For us, a social issue is not just a problem to be eradicated but an opportunity for people from different backgrounds to come together and work toward a common good. Hence in every neighbourhood that we operate, residents volunteer alongside those from larger Singapore society. Last Saturday, 23 out of 55 who attended a gathering in appreciation of volunteers were residents. It was an occasion where people from different backgrounds got to appreciate perspectives and opinions very different from those they held. In a sense, volunteering is a gateway into different life-worlds and we are grateful to Gateway Theatre for the use of their facilities.
After a meal and some activities where people began volunteering a little more information about themselves, we made our way to Bukit Kuning (Yellow Hill), a short interactive play presented by volunteers from the Applied Drama and Psychology Programme at Singapore Polytechnic. There we met Alexis, a child who was reluctant to heed the advice of her teacher who had offered to coach her outside school hours. Alexis did not want to give up her daily game of football for more school work. She confided to a friend that it was the only part of the day where she experienced some happiness and felt alive. Her situation at home was rough and there were times she had been locked out at night.
We took turns to speak separately with Alexis, her teacher and a friend’s mother who was concerned about her. Perhaps, it was just the stress of speaking with so many people, but Alexis broke down in the process and started crying. She did not push away those who comforted her, but when she regained her composure after several minutes, she remained teary-eyed and raw.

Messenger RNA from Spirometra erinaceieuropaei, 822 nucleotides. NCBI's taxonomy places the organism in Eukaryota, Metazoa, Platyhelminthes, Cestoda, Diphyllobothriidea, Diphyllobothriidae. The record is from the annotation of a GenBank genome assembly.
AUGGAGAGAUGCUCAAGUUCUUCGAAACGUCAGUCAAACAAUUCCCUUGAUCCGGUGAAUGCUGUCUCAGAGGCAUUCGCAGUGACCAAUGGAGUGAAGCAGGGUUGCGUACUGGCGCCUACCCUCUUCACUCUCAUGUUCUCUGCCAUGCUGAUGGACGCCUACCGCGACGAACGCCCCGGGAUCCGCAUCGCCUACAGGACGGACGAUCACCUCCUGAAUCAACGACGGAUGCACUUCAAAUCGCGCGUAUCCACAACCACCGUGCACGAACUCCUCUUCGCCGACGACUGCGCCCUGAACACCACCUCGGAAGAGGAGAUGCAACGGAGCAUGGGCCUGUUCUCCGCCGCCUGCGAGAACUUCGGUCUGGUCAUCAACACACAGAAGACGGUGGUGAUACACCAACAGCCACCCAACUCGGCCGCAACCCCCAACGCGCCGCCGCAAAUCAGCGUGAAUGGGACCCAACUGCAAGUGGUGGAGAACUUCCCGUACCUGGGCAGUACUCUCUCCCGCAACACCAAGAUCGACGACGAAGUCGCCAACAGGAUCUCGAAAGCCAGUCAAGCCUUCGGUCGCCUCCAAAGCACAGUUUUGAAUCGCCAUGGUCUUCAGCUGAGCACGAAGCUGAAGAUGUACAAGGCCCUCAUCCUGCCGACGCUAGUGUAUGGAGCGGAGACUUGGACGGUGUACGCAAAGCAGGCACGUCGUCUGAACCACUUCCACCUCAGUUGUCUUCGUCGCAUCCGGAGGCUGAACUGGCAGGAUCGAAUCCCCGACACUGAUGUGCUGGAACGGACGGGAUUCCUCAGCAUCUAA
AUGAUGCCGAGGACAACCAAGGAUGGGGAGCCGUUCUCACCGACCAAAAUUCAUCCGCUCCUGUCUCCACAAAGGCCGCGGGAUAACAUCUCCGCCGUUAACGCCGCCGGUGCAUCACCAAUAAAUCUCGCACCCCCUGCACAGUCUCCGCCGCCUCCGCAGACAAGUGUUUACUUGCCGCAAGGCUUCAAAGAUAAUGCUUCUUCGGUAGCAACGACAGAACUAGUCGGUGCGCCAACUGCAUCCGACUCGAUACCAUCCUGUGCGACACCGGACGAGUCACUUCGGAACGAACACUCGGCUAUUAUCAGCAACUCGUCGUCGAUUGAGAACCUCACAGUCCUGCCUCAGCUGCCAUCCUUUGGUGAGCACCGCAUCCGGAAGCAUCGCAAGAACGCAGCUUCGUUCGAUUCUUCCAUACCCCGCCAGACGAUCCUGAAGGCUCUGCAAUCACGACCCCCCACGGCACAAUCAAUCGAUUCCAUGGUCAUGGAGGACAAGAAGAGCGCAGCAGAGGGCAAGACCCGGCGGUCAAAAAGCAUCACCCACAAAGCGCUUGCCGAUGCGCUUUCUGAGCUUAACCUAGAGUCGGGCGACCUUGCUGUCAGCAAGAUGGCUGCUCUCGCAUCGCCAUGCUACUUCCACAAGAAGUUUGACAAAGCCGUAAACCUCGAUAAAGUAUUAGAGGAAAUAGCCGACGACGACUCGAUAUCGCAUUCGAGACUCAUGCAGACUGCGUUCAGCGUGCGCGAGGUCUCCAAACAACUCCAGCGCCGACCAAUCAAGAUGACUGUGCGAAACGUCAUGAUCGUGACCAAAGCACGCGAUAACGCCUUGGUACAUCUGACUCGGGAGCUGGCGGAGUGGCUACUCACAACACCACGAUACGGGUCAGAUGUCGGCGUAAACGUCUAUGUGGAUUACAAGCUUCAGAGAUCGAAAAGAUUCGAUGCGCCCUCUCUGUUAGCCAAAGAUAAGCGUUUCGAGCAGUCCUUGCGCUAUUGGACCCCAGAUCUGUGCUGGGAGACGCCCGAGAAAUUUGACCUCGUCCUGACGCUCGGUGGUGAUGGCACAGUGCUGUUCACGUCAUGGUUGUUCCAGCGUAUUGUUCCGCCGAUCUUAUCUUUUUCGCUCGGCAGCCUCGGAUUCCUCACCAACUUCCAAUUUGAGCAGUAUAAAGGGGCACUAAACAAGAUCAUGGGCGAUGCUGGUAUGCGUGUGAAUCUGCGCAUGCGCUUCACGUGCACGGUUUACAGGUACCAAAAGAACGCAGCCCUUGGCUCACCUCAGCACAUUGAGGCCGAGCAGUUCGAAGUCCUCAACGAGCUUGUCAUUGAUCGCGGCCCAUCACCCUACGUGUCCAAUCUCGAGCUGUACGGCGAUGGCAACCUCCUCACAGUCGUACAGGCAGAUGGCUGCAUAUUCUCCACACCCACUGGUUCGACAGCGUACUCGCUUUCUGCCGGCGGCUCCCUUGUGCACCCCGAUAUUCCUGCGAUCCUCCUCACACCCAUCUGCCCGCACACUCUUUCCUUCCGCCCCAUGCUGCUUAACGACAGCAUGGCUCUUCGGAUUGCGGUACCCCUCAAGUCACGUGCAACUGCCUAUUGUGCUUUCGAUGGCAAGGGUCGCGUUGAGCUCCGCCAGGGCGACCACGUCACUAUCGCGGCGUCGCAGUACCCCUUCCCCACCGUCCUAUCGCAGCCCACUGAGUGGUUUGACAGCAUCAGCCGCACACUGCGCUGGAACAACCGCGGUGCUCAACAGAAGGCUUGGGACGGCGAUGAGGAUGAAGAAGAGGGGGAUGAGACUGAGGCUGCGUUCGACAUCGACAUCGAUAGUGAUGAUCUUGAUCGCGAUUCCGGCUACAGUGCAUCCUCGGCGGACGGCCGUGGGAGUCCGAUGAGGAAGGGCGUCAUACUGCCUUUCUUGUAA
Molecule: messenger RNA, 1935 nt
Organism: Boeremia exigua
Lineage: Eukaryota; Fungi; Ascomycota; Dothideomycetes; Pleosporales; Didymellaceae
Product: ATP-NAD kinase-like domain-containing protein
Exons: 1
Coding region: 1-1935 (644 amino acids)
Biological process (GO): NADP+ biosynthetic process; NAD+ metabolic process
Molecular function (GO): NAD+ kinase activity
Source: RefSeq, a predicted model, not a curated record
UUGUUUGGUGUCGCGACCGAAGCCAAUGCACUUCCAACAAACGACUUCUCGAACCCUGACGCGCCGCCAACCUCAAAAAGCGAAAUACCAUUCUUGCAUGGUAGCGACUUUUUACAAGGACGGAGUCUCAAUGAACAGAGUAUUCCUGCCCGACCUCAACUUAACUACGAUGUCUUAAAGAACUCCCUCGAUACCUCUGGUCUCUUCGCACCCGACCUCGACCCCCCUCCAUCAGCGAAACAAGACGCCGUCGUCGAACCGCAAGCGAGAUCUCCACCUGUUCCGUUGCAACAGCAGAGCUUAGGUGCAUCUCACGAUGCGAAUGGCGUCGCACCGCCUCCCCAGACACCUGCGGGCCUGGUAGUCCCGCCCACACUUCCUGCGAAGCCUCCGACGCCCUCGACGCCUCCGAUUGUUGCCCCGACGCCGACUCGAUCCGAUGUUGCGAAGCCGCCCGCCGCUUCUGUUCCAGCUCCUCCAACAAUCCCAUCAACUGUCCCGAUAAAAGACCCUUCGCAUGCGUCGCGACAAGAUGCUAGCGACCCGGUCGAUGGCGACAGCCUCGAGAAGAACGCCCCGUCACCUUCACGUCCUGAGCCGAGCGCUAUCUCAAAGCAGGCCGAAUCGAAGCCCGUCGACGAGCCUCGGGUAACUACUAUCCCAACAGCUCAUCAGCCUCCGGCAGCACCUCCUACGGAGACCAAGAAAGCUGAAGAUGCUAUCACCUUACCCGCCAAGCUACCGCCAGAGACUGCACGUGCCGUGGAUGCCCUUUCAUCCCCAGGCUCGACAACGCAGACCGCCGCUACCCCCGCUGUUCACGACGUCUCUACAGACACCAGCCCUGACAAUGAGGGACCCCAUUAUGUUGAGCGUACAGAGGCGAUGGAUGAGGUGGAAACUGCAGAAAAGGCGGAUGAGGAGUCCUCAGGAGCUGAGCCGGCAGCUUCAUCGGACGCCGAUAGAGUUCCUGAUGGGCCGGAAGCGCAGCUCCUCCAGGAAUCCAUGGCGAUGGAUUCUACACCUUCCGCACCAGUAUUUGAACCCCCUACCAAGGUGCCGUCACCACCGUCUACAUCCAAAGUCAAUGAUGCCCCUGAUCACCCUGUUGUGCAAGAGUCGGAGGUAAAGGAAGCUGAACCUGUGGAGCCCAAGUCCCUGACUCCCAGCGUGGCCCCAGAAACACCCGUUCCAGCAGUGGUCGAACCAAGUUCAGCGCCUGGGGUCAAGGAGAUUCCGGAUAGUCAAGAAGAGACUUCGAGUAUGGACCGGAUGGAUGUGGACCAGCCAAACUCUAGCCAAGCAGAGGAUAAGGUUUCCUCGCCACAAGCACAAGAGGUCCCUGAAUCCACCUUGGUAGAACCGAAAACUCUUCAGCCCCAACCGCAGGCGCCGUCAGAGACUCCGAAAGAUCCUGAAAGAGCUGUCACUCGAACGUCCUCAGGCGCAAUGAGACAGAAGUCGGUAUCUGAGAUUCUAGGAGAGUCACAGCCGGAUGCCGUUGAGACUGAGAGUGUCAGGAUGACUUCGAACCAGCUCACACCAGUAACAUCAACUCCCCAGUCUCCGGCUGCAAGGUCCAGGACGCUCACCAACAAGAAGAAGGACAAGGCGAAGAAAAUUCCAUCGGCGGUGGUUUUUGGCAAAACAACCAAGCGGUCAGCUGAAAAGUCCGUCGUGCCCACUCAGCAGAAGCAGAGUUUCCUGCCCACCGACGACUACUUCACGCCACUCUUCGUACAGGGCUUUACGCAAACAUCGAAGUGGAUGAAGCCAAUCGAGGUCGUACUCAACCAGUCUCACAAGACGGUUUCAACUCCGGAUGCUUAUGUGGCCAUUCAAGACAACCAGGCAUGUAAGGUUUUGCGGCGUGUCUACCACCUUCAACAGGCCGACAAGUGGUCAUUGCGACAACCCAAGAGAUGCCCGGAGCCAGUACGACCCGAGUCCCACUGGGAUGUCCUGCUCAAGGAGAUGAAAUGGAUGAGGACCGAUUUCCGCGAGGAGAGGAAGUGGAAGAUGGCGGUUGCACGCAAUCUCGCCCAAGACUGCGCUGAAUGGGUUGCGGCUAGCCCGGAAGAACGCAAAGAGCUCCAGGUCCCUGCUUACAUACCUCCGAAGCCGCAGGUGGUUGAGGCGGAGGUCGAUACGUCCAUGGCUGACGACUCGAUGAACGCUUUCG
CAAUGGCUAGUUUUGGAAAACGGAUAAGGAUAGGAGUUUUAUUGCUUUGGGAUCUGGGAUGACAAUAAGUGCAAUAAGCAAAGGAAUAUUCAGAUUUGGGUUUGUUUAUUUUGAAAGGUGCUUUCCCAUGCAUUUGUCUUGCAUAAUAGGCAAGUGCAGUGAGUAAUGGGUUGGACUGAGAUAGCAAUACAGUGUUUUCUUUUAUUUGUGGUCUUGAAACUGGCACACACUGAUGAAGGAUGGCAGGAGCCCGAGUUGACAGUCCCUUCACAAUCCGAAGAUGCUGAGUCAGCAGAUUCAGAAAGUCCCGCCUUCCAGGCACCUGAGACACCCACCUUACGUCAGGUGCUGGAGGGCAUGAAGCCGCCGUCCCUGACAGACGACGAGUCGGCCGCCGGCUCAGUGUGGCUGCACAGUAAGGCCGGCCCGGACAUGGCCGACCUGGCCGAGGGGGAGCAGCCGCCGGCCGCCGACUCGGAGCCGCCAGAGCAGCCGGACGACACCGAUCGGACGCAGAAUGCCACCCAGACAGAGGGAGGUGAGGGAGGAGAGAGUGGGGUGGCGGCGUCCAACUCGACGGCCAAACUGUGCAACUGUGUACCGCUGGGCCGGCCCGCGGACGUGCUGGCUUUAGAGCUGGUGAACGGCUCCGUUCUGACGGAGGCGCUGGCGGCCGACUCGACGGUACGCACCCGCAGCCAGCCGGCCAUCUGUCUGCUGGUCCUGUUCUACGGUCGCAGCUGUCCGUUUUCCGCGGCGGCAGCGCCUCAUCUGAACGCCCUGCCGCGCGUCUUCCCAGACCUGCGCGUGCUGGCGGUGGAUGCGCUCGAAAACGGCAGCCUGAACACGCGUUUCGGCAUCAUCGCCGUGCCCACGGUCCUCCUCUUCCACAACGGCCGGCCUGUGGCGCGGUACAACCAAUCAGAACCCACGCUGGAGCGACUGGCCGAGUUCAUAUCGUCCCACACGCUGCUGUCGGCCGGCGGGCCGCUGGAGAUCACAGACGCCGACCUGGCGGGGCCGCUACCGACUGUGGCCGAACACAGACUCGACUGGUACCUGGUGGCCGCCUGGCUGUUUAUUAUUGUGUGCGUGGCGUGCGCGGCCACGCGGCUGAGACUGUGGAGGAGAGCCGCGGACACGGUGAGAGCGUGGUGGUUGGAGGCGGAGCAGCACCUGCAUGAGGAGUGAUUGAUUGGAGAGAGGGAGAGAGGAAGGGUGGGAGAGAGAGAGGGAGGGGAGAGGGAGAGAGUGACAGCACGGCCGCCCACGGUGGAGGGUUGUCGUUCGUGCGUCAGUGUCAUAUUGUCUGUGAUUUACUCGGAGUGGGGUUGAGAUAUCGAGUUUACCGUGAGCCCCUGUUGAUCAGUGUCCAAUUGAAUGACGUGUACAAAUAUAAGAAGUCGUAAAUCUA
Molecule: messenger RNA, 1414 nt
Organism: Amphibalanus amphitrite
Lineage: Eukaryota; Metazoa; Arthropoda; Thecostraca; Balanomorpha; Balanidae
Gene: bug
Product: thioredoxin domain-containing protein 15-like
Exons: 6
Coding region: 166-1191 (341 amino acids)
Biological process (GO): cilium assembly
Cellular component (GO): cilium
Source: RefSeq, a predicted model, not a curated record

When we regrouped to reflect on our visit to Bukit Kuning, many expressed their concern for Alexis. “Wasn’t it plainly obvious that studies took priority over a game of football?” If it was obvious, the question would be “How do we get Alexis to see it?” Also, “Why was Alexis crying?” As the questions floated, one volunteer shared that when she ran afoul of the law as a young person, she was angry and unable to think clearly. She felt that the many who offered to help never believed that she could make good and disregarded her views and efforts. They simply suggested that change was in her hands. It was only when she experienced the trust extended to her by one of many counsellors that she began to cooperate and accept well-meaning advice.
Another volunteer searched for Alexis and invited her to explain why she was overcome with emotion. Still filled with emotion, she said that while everyone had good advice, she felt powerless and misunderstood if not totally unheard. Alexis despite her challenges does not skip school. It was a good reminder that as we appreciate the good that we all do, those who are not making good could certainly do with some appreciation of their circumstances and their efforts at circumventing them.
Enjoy your weekend.
The gateways to wisdom and knowledge are always open. – Louise Hay